Breast Plastic Surgery
  Reduccion and Elevation
Facial Rejuvenation
  Eyebrows and Forhead Lifting
Facial Contour
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  Prominent ears

What you must know about Facelift

As people age, the effect of time shows in their faces, the skin on face and neck begin to thin and to lose elasticity, deep creases form between the nose and mouth; the jaw line grows slack and jowly; folds and fat deposits appear around the neck.

Hereditary factors, personal habits, smoking, exposure to the sun could contribute to ageing of the skin.

The purpose of a facelift (technically known as rhytidoplasty or cervicofacial) is to tightening the facial tissue, correction of the creases, removing excess fat, tightening underlying muscles, and redraping the skin of your face and neck. The skin tightens along with the tissue improving the appearance of the face.

If you're considering a facelift to improve your appearance, the proper information will clarify some aspects like benefits of the procedure, duration, post-operatory, complications, and right time for it.

Realistic expectations and a good doctor-patient relation is the base for the success of the surgery.

Who is a candidate?

As in any aesthetic surgery, good health and realistic expectations are basic requirements.
The patient must consider the limitations of a rhytidoplasty understanding that there is no ideal stop this aging process. A facelift can't stop ageing but it can make you look younger and fresher. The age of the patient is not crucial. What’s important are the expectations and reasons for the surgery which you must discuss with your surgeon.

Facelift surgery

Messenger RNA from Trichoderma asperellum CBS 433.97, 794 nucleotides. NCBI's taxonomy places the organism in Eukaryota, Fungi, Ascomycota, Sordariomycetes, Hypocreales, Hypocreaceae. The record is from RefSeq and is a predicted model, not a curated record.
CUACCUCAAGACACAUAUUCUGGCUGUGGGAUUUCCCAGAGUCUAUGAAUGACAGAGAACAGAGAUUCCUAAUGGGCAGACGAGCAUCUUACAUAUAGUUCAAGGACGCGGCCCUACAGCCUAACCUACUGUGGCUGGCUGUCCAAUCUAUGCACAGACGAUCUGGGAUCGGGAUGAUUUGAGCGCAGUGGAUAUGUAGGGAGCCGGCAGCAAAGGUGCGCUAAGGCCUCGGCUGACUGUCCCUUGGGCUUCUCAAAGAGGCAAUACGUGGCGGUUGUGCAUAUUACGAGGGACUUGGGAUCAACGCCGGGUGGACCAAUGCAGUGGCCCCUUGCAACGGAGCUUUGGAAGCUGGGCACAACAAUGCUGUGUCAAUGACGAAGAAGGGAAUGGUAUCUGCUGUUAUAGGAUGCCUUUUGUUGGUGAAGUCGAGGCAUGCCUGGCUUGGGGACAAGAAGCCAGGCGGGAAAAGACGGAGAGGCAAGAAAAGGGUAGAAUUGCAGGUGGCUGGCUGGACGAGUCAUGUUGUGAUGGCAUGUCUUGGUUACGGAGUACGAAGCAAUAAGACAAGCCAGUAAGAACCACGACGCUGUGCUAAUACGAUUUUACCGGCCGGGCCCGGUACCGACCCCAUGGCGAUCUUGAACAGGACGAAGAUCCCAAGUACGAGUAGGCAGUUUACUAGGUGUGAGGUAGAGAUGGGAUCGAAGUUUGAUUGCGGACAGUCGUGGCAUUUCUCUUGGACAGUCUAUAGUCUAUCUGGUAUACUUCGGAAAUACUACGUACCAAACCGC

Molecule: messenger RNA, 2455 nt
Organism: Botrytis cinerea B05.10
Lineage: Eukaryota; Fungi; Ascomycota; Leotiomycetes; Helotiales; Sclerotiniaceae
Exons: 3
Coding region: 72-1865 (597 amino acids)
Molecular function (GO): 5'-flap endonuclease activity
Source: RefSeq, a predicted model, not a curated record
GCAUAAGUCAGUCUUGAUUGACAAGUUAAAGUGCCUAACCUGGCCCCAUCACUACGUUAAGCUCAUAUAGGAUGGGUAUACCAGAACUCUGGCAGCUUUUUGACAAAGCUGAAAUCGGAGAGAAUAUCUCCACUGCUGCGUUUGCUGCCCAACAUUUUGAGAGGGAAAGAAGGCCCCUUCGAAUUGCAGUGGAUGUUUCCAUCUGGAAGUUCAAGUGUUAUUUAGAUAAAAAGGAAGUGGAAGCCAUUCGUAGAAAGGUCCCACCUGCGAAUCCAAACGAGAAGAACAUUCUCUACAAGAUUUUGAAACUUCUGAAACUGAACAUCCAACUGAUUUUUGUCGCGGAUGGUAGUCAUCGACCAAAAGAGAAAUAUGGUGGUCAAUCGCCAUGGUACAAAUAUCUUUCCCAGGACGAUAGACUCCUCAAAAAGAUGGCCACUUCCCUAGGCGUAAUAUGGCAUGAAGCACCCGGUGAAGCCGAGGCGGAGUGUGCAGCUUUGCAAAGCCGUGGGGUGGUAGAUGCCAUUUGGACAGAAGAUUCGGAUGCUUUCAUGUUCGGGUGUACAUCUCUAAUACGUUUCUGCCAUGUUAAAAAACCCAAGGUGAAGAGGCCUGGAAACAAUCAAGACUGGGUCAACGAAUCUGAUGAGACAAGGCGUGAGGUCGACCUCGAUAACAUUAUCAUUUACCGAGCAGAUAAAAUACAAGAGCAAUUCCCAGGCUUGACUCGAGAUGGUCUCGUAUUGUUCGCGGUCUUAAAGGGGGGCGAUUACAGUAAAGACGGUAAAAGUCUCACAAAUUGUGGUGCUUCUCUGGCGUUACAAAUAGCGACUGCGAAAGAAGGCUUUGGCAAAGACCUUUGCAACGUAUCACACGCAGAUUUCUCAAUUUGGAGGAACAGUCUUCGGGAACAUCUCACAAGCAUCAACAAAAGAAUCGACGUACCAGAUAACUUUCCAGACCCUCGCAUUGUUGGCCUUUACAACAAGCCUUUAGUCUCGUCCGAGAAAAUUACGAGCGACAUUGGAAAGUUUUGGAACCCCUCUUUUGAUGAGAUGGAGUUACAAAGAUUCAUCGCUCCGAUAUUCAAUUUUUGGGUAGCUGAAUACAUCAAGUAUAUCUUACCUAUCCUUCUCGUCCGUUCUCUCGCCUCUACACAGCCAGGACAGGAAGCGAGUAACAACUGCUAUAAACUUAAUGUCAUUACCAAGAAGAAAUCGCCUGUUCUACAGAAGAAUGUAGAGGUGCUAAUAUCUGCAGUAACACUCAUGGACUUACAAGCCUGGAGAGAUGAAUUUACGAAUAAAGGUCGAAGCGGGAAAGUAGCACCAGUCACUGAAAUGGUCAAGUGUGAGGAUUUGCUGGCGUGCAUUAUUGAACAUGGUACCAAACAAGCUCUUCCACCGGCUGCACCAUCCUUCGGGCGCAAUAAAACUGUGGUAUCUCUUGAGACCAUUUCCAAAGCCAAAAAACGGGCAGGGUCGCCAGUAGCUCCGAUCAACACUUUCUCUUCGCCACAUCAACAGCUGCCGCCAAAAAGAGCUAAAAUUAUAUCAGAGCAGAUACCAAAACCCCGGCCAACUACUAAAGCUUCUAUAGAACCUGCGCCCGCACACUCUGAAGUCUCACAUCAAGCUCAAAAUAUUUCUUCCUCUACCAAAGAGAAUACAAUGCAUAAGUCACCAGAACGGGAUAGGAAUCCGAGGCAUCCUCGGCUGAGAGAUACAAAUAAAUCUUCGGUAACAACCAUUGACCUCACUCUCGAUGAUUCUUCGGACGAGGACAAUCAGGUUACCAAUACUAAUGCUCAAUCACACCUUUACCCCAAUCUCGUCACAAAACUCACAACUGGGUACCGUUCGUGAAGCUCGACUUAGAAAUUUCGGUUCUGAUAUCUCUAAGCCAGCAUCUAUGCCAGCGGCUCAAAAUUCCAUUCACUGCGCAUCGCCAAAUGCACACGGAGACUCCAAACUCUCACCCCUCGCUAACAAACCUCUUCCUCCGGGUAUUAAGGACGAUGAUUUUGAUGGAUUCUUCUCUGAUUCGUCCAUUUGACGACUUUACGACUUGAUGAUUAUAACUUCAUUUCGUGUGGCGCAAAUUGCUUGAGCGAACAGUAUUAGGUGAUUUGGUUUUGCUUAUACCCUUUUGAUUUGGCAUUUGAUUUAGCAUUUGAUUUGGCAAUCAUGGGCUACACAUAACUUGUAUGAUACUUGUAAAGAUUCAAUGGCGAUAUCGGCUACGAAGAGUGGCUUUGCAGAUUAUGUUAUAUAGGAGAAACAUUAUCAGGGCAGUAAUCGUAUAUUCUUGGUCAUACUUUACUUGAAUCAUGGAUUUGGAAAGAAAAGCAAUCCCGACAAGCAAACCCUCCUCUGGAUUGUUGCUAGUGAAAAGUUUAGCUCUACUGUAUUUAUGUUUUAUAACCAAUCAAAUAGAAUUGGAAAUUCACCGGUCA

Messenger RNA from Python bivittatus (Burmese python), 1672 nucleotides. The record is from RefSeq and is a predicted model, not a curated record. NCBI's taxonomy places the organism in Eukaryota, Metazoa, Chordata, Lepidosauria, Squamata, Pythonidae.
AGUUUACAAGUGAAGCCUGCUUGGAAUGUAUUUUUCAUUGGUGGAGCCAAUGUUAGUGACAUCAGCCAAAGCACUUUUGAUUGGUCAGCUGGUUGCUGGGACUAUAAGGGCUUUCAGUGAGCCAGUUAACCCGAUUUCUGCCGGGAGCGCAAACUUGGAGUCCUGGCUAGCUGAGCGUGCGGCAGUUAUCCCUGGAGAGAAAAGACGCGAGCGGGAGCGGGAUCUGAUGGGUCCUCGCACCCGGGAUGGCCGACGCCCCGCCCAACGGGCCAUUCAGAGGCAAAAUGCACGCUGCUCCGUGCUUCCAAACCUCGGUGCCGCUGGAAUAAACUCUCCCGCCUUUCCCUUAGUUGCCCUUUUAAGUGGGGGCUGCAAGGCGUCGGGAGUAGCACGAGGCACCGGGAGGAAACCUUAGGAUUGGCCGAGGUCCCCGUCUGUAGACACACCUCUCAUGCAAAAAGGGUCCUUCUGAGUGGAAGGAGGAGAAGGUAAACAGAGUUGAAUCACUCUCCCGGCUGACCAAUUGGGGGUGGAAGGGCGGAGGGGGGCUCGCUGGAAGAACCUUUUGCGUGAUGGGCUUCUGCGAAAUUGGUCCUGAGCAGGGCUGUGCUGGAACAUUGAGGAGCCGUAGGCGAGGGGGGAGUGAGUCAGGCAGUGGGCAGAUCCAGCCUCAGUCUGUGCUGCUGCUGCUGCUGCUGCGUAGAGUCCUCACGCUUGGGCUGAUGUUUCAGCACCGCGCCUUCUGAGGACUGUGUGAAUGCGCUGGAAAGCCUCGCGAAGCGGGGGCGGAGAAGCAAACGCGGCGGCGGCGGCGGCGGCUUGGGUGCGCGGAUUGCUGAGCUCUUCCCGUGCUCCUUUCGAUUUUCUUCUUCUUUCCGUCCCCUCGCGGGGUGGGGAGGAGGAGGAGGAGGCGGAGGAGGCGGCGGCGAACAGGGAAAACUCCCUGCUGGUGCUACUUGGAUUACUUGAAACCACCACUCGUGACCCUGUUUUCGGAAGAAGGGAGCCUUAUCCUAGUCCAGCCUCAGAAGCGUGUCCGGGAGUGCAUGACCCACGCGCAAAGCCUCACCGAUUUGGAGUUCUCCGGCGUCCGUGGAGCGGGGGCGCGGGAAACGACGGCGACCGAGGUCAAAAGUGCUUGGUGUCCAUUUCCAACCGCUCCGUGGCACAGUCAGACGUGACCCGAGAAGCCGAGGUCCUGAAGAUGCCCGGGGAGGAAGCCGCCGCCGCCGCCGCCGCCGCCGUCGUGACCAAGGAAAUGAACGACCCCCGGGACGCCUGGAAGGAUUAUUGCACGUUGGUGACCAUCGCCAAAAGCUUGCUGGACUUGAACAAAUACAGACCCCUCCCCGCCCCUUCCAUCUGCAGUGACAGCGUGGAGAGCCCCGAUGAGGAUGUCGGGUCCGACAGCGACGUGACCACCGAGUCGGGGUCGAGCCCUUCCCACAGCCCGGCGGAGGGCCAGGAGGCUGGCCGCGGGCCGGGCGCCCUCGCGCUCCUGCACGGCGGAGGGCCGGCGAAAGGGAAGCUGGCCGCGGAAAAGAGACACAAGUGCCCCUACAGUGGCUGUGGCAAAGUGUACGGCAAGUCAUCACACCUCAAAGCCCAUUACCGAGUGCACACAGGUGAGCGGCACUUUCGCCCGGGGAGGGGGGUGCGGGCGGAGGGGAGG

The procedure can be performed under local anesthesia, combined with a sedative or under general anesthesia depending on the patient's choice. This is something that will be discussed on you initial consultation.

Incisions usually begin above the hairline at the temples, extend in a natural line in front of the ear (or just inside the cartilage at the front of the ear), and continue behind the earlobe to the lower scalp.

The surgeon separates the skin from the fat and muscle below around the cheeks and neck, trims the fat, tightens the underlying muscle and membrane, and then pulls the skin back. If the neck needs work, a small incision may also be made under the chin.

The incisions are stitched; a small, thin tube may be temporarily placed for 24 hours to drain any blood that might collect there. A bandage is placed for 48 hours and the patient must remain hospitalized for 24 to 48 hours.


The patient must rest and take pain medication.
The stitches will be removed 5 to 10 days after the surgery.

After surgery edema and small hematoma may appear but will disappear after two or three weeks.

Patients will resume their normal daily activities after one or two weeks depending on the magnitude of the surgery.

Complications, although infrequent, include: hematoma, infection, facial control, poor healing and noticeable scars.